# Type I Error

Last Updated :

21 Aug, 2024

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Reviewed by :

Dheeraj Vaidya

Table Of Contents

## Type I Error Definition

Type I error is a phenomenon in statistics when the null hypothesis is mistakenly rejected when it is actually true. It occurs while conducting hypothesis testing. This error is commonly known as a false positive outcome as it falsely concludes the occurrence of an event that has not actually transpired.

These errors are considered errors of commission because, in this error type, researchers inaccurately conclude something as a fact. However, this error does not necessarily mean that the researchers mistakenly accept the alternative hypothesis in the test. It is sometimes called an error of the first kind.

##### Table of contents

- Type I error is a type of error that represents a scenario where the researchers reject the null hypothesis by mistake when it is actually true.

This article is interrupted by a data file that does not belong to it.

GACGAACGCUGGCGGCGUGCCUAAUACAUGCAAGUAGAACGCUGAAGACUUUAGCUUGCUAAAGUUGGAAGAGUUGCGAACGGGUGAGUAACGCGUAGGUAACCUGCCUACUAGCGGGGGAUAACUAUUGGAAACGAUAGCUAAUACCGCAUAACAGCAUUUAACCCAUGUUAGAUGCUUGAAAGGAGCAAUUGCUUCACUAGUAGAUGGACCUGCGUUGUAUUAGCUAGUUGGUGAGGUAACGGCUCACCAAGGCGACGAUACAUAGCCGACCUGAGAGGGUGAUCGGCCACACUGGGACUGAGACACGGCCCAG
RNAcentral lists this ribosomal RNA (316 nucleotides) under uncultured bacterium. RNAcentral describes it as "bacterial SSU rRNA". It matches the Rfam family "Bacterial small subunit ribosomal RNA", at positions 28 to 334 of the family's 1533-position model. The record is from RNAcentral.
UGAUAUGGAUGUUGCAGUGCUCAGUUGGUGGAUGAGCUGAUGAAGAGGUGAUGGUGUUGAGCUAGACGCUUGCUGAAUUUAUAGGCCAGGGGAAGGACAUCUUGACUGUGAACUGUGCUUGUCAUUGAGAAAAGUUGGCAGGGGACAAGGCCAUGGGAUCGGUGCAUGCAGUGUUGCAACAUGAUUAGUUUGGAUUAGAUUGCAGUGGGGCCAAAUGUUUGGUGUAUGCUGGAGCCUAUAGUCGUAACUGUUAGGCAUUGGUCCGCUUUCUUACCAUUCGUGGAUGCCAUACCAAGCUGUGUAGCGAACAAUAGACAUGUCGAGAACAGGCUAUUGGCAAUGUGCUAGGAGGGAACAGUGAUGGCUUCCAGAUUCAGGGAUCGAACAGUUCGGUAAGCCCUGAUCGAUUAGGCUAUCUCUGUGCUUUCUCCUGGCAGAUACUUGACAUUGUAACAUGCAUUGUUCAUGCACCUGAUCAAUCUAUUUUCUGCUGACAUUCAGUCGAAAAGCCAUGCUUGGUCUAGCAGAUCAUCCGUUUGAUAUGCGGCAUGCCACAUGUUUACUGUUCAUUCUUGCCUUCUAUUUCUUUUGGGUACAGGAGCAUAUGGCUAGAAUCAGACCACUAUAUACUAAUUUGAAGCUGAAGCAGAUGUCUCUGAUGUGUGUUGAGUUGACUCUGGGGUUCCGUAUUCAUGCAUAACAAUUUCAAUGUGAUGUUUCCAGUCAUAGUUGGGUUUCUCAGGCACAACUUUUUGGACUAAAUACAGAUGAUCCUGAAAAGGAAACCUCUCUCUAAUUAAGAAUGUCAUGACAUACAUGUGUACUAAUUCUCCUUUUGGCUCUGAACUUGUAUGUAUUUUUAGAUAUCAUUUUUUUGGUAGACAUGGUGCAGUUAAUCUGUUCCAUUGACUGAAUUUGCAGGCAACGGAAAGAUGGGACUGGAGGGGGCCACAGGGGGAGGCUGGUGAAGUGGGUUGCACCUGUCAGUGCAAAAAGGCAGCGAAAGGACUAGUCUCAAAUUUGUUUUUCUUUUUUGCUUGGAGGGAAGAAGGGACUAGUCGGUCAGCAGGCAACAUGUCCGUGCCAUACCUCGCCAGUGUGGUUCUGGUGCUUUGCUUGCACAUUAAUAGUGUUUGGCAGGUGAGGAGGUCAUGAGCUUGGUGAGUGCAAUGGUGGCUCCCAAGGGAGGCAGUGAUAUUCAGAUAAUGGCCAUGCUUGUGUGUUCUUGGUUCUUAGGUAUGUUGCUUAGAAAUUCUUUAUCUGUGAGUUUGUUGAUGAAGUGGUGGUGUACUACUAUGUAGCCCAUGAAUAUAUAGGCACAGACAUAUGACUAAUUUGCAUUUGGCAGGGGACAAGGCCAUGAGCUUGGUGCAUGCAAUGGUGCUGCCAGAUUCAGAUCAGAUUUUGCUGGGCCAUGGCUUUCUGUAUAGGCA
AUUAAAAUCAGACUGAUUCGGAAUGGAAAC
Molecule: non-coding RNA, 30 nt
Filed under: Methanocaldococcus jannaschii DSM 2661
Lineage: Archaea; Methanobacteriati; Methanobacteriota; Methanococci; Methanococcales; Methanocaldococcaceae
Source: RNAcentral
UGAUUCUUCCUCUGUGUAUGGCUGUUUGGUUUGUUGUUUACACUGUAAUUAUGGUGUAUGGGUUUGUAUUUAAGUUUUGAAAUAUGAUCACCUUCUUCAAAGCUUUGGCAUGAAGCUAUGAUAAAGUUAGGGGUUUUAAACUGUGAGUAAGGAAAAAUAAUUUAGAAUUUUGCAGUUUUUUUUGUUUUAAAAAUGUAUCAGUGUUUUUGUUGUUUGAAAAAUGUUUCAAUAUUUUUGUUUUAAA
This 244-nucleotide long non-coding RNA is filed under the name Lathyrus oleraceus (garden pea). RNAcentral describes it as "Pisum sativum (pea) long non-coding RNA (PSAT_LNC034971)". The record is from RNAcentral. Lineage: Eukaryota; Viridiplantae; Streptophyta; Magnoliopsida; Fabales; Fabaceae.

- It occurs while running a hypothesis test.
- The error is also known as a false positive conclusion, as it wrongly concludes that an event has occurred when it did not.
- This error can be a result of random sampling methods where the data is insufficient to reach a proper conclusion. Additionally, using incorrect research methods may result in the occurrence of this error.

### Type I Error Explained

Type I error is a statistical concept that represents the false positive conclusion in a hypothesis testing that occurs when the researchers erroneously reject the null hypothesis when it is actually true. This error type inaccurately concludes that an event has occurred when, in reality, it did not.

The possibility of encountering this error is evaluated by the significance level (α) of the hypothesis test. The level of significance in the hypothesis testing represents the chances of the researchers mistakenly rejecting the null hypothesis when it is true. For instance, a significance level of 0.01 indicates that the probability of the researcher rejecting the true null hypothesis is 1 percent. This error is considered an error of commission where researchers incorrectly conclude an event as an actual occurrence.

### Causes

The Type I error causes are as follows: